EQUUS - - Special Report -

Any dis­cus­sion of win­ter colic needs to start with hy­dra­tion. Im­pactions are more likely to form with dry feed, and horses, for a num­ber of rea­sons, tend to drink less in the win­ter.

As sim­ple as it may seem, frozen wa­ter is the most common rea­son I see for horses be­com­ing de­hy­drated in the win­ter. A wa­ter bucket can freeze within six to 12 hours, so if you’ve filled it in the early evening, your horse very well may spend some part of the night with­out wa­ter. If you chip away the ice and re­fill the bucket in the morn­ing, the wa­ter may freeze again by the af­ter­noon. A horse needs to drink from eight to 10 gal­lons of wa­ter a day, and that can be dif­fi­cult if all he has is ice half the time.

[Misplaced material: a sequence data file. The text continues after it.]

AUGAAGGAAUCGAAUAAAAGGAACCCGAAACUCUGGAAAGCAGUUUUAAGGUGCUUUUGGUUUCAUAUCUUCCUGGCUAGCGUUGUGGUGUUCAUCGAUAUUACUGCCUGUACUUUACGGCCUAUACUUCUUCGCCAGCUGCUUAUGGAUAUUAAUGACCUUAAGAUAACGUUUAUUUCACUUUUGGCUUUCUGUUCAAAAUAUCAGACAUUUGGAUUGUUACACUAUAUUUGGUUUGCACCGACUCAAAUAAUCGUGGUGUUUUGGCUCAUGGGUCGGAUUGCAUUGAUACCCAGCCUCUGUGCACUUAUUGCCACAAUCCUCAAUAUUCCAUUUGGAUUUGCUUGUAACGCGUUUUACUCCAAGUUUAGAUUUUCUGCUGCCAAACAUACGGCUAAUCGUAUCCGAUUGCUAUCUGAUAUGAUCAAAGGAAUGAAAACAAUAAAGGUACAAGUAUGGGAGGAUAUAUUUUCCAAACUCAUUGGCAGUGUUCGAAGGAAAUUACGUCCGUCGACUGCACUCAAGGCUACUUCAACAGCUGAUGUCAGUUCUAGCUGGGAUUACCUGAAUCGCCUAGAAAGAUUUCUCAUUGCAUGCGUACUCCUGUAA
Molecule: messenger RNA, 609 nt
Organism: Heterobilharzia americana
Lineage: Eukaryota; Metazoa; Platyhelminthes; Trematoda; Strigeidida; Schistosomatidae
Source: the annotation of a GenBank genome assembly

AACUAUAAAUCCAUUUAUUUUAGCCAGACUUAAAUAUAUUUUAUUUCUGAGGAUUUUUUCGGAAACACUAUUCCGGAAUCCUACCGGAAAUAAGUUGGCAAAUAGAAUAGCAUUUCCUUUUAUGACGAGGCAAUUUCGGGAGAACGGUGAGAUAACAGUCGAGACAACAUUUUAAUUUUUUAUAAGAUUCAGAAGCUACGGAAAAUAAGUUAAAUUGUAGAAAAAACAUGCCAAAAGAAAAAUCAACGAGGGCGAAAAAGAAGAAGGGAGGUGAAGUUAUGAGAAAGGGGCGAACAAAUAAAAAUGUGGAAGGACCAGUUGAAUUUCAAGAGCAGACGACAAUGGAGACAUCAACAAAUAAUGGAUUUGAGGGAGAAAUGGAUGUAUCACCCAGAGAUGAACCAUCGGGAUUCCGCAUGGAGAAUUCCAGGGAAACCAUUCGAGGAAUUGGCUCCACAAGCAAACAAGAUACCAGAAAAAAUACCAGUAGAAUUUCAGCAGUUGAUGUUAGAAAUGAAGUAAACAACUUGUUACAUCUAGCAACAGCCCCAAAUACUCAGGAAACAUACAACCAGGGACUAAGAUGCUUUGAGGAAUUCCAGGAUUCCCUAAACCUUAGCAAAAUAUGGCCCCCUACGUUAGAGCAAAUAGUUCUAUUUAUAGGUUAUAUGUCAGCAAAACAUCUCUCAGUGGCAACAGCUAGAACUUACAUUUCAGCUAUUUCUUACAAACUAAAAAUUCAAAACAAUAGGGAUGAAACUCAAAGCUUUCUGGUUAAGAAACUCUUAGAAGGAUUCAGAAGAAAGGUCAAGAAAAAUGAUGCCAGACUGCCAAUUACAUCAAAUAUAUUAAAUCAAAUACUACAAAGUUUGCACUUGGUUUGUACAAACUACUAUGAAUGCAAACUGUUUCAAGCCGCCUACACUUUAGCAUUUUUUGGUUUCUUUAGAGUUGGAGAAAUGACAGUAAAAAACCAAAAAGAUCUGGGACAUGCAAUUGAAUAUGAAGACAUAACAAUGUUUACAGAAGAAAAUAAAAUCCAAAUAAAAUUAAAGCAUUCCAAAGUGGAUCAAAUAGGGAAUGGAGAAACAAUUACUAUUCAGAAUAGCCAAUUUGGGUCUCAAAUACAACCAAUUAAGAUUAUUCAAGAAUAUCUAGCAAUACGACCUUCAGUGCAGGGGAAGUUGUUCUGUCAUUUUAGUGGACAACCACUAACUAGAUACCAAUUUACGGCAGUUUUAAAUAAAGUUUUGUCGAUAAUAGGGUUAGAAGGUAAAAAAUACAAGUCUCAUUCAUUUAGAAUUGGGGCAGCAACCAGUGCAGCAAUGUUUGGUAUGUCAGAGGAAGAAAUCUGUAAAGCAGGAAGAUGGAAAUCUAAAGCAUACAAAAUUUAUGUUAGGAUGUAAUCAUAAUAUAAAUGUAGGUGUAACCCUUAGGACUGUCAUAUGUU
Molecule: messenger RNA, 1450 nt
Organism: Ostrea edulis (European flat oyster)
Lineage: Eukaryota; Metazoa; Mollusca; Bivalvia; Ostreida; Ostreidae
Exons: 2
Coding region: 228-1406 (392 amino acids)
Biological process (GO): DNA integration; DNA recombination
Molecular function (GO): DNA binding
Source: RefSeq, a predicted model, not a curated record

So your first line of de­fense against win­ter colic is to make sure your horse’s wa­ter source never freezes. There are many meth­ods to ac­com­plish this.

A va­ri­ety of prod­ucts, rang­ing from in­su­lated buck­ets to tank heaters, can help keep wa­ter flow­ing. Keep in mind, how­ever, that if an elec­tri­cal com­po­nent for one of th­ese prod­ucts shorts out, your horse will be zapped each time he goes for a drink. If he isn’t drink­ing from a bucket or trough equipped with a heat­ing el­e­ment, of­fer him wa­ter in a “low-tech” plain bucket. If he drinks,

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